Whether or not you believe in capital punishment, I'm sure you can agree that one of the big problems is that when mistakes are made you can't go back. History is full of examples of people being convicted of crimes they have not committed, but the one we are going to look at today is particularly bad. The youngest person to be executed in the US during the 20th century, at the age of fourteen, was executed on June 16th in 1944. George Stinney Jr who was African American, was sentenced to death for the murder of two white girls in a segregated mill town in South Carolina.
His trial lasted less than three hours, bore no evidence and barely any witness testimonies. The two white girls that he supposedly killed were 11-year-old Betty June Binnicker and 7-year-old Mary Emma Thames. Surprisingly no written record of his confession exists, and no transcript of the brief trial exists either. The fourteen-year-old was denied appeal and executed by electric chair. At his execution the state's adult-sized facemask didn’t fit him, and when he was hit by the first 2,400-volt surge of electricity, the mask slipped off. He was declared dead within four minutes.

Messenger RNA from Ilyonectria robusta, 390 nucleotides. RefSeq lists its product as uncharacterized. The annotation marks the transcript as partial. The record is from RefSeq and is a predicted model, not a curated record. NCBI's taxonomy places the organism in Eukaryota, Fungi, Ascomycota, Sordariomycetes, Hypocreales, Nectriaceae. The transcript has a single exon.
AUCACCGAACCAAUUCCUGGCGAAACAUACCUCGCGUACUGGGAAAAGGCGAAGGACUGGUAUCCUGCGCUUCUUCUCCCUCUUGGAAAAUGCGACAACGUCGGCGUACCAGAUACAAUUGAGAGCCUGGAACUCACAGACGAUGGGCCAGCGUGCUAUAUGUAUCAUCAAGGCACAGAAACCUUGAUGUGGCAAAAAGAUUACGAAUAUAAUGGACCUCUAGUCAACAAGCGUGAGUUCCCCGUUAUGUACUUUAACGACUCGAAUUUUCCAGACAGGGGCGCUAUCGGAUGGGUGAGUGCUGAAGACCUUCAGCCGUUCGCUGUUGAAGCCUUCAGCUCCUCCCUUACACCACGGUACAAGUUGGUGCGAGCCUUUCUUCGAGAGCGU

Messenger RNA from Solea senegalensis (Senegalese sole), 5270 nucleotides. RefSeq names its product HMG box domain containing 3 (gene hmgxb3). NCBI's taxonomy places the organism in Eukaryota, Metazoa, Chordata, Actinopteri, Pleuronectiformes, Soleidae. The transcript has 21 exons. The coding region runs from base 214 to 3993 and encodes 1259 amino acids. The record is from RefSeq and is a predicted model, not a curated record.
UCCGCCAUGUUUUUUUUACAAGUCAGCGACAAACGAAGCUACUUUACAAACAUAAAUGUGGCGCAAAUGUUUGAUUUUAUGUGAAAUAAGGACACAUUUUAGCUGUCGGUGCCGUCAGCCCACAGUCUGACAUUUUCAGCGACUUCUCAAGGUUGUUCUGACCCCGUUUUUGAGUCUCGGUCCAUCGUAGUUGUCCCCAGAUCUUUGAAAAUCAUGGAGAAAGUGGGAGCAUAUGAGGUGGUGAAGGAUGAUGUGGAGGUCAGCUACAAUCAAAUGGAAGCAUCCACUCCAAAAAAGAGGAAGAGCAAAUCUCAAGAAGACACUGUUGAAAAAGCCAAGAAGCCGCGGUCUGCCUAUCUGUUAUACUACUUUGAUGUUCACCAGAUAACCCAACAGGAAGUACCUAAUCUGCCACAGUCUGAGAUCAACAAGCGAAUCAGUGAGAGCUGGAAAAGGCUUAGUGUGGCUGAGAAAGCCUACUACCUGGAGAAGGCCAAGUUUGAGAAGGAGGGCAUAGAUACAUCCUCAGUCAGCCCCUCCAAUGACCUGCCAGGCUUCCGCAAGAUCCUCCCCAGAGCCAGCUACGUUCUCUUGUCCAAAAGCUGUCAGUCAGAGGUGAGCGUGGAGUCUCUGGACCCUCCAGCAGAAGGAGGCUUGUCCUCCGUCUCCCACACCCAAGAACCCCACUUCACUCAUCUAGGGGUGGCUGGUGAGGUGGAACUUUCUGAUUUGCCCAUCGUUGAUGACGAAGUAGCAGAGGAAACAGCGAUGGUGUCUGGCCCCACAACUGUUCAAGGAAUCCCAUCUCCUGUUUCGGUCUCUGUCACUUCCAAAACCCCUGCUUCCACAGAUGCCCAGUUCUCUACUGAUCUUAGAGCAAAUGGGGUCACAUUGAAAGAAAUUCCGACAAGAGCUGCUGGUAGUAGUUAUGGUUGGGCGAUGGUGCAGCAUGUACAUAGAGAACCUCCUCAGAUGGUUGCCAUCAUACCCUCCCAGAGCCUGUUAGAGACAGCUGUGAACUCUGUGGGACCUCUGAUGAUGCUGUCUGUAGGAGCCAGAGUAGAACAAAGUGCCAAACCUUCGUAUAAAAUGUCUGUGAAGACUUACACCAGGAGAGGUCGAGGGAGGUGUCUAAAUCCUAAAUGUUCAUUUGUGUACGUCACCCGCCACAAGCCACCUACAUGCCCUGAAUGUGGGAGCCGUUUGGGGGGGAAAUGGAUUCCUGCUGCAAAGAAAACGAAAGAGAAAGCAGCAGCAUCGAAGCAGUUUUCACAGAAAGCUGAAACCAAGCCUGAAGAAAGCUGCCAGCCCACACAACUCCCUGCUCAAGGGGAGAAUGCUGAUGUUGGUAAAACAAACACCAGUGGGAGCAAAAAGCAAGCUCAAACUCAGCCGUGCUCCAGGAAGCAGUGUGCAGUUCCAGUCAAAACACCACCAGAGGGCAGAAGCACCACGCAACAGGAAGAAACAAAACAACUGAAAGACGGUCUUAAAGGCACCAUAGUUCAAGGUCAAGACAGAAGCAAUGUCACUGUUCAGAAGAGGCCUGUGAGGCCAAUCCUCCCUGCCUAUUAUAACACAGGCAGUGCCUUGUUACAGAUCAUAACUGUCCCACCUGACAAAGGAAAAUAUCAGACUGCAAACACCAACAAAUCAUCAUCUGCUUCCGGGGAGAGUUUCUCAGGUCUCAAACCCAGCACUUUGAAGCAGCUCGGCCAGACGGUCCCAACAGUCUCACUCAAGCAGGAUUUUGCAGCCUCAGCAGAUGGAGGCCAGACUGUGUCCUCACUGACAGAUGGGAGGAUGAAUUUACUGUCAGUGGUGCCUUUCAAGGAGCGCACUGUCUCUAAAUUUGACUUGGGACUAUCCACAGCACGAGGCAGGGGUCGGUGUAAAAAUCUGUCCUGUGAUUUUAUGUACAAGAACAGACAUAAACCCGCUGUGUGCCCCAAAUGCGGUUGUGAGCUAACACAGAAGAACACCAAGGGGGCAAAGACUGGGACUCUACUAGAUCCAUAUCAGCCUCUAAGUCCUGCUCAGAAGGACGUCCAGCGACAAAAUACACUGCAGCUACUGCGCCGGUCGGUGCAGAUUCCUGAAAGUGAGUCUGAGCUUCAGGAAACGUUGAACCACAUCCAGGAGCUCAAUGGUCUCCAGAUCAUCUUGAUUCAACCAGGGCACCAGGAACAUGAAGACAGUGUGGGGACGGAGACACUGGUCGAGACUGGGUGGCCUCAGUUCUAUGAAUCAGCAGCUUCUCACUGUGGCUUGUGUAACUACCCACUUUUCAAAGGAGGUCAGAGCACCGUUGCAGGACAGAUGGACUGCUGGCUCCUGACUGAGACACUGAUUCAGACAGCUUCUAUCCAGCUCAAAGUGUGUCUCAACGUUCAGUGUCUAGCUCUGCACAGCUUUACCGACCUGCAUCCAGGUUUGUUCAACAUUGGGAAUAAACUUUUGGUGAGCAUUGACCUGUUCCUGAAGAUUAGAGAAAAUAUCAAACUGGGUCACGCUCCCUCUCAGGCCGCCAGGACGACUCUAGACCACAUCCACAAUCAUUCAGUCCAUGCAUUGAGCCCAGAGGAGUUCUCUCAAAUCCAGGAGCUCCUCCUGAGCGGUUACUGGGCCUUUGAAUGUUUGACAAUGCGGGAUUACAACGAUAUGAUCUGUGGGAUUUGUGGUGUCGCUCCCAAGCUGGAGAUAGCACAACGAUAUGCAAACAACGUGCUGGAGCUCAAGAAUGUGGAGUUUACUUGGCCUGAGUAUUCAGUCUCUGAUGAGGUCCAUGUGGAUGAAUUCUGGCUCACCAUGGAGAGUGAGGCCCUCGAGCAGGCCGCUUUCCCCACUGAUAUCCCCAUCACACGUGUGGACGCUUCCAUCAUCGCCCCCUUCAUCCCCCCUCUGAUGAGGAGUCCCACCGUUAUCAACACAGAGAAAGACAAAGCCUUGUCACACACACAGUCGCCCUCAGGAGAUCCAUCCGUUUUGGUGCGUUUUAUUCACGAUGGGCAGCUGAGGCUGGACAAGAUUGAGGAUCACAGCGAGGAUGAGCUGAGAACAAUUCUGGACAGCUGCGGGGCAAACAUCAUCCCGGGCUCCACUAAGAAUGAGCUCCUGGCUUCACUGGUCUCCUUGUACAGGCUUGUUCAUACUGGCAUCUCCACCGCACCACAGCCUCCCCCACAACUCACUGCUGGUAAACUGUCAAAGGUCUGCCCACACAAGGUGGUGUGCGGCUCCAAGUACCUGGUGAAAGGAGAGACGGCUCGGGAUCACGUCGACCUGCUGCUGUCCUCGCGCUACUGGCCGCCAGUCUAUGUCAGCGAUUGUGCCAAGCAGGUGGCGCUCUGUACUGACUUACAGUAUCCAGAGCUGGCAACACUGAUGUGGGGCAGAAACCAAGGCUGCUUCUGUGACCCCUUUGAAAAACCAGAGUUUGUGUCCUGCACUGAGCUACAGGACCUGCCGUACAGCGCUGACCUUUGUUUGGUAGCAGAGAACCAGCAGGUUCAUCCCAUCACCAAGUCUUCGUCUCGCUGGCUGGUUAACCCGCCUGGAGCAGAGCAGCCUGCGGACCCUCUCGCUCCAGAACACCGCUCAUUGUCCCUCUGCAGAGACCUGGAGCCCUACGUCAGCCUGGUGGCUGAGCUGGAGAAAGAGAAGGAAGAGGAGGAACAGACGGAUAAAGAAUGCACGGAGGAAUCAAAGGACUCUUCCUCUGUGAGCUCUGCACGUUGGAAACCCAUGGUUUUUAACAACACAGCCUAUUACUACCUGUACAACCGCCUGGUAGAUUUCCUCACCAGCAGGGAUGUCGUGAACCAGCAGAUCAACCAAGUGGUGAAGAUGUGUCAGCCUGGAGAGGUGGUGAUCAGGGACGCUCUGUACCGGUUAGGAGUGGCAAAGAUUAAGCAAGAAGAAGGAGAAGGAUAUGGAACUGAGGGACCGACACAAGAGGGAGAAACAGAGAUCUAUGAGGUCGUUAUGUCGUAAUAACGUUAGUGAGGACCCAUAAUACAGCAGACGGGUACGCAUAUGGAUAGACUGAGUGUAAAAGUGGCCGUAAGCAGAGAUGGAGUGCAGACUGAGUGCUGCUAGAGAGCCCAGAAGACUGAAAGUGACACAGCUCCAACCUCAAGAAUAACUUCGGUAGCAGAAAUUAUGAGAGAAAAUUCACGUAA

In 2013, a group of lawyers investigated the case and on behalf of surviving members of his family they petitioned for a new trial. George Stinney Jr’s conviction was overturned in 2014, more than 70 years after his death. It’s possible he committed the murders, but his trial and prosecution were completely flawed. The judge also found that executing a fourteen-year-old constituted a cruel and unusual punishment.
Thankfully this sort of thing isn't happening now. History is important, and it's important that we remember the mistakes humans have made. Help us on our quest to inspire, educate and entertain! Click Here Today!